By 1600, however, much of the easily accessible ore in the summit of the Cerro had been mined. Plenty of ore remained lower in the hill, but it was less rich and, because deeper, more expensive to extract. This high cost was the main reason for production leveling off around 1600 and then slowly declining for more than a century. During this time, various lesser deposits scattered over the highlands around Potosí were discovered; they became important for periods ranging from a few years to a few decades. The most productive of them (after Oruro, which was the center of a separate district) was probably San Antonio del Nuevo Mundo, 170 miles south-southwest of Potosí, active from about 1647 until the 1690s. San Antonio was worked to especially good effect by Antonio López De Quiroga. Although these district mines occasionally yielded as much silver as the Cerro itself, they generally flared but briefly, and their bonanzas served only to interrupt the downward trend of total production. The year of lowest output in the entire colonial period was 1712, with some 915,000 ounces registered from the Cerro and the district together. By this time Potosí was being overtaken in production by northern Mexican mines such as Zacatecas (1546) and Guanajuato (1550), which dominated Spanish-American silver output for the rest of the colonial period.
After some thirty years of flat output, the Potosí district staged a recovery from 1750 to 1800, though barely reaching half the production levels of two centuries earlier. The reasons for the recovery include higher demand for silver early in the eighteenth century, a reduction of the royalty tax in 1736 from a fifth to a tenth of gross production, great pressure on draft laborers to raise their productivity after about 1750, and possibly the expanding use of blasting to reach and remove ore.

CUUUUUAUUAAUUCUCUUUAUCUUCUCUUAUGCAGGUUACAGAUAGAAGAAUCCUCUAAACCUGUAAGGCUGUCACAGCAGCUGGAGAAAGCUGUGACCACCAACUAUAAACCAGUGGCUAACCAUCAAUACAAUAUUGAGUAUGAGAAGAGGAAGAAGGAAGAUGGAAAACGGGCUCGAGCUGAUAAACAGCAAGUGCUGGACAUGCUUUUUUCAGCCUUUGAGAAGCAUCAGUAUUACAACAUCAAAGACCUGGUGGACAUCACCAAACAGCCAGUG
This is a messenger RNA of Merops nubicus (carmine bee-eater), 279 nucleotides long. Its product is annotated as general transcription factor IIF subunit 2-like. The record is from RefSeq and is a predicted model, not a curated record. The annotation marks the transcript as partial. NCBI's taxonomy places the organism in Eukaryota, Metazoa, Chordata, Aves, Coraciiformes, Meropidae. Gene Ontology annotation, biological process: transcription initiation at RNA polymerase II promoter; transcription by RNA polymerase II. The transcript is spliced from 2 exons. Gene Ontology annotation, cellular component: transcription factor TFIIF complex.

Potosí suffered greatly, as did all silver-mining centers in Spanish America, during the Wars of Independence. Refining plants were destroyed, maintenance of mines was neglected, and, after the wars, capital for restoration of productive capacity was scarce and dear. The Cerro itself, however, still yielded about half Bolivia's silver in 1846. And in the last quarter of the century Potosí mining again saw substantial recovery, though it was largely the doing of district mines, such as Huanchaca, 75 miles southwest of the town, which in 1895 yielded just over 1 million ounces. Bolivian silver mining had benefited in general from the availability of cheaper mercury once large amounts began to be produced in California in 1850. This price cut for the prime raw material needed for amalgamation encouraged investment in silver mining by Bolivians for the first time since Independence. Foreign engineers were also brought in to advise on technical renovation. The outcome, at Huanchaca, was enlarged orecrushing capacity, especially once steam-driven mills were installed in 1878, and improved methods of amalgamation. Potosí also benefited from the advice of foreign experts.
In the late 1890s a drop in the world price of silver severely depressed Bolivian silver mining. But at the same time world demand for tin was rising fast, a need that Bolivia, and particularly Potosí, was well endowed to meet. The department of Potosí proved to hold large and rich tin deposits, among the most famous of which was Uncía, 100 miles northwest of Potosí. Mining was developed there by Simón Iturri Patiño, the most famous of the Bolivian "tin barons," from 1897. Potosí shared in the tin boom, partly through extraction of tin ores from the Cerro Rico and partly through reprocessing of tailings (wastes) from silver refining, which proved rich in tin. Many tailings in Potosí have in fact been processed several times. Since the Bolivian Revolution of 1952, which nationalized the major tin companies, the large mines in the Cerro have been worked by the state mining company, Comibol (Mining Corporation of Bolivia), mainly for tin, though with some subsidiary product of silver. Enormous amounts of silver ore still remain in the Cerro, but they could be exploited profitably only by open-cast mining.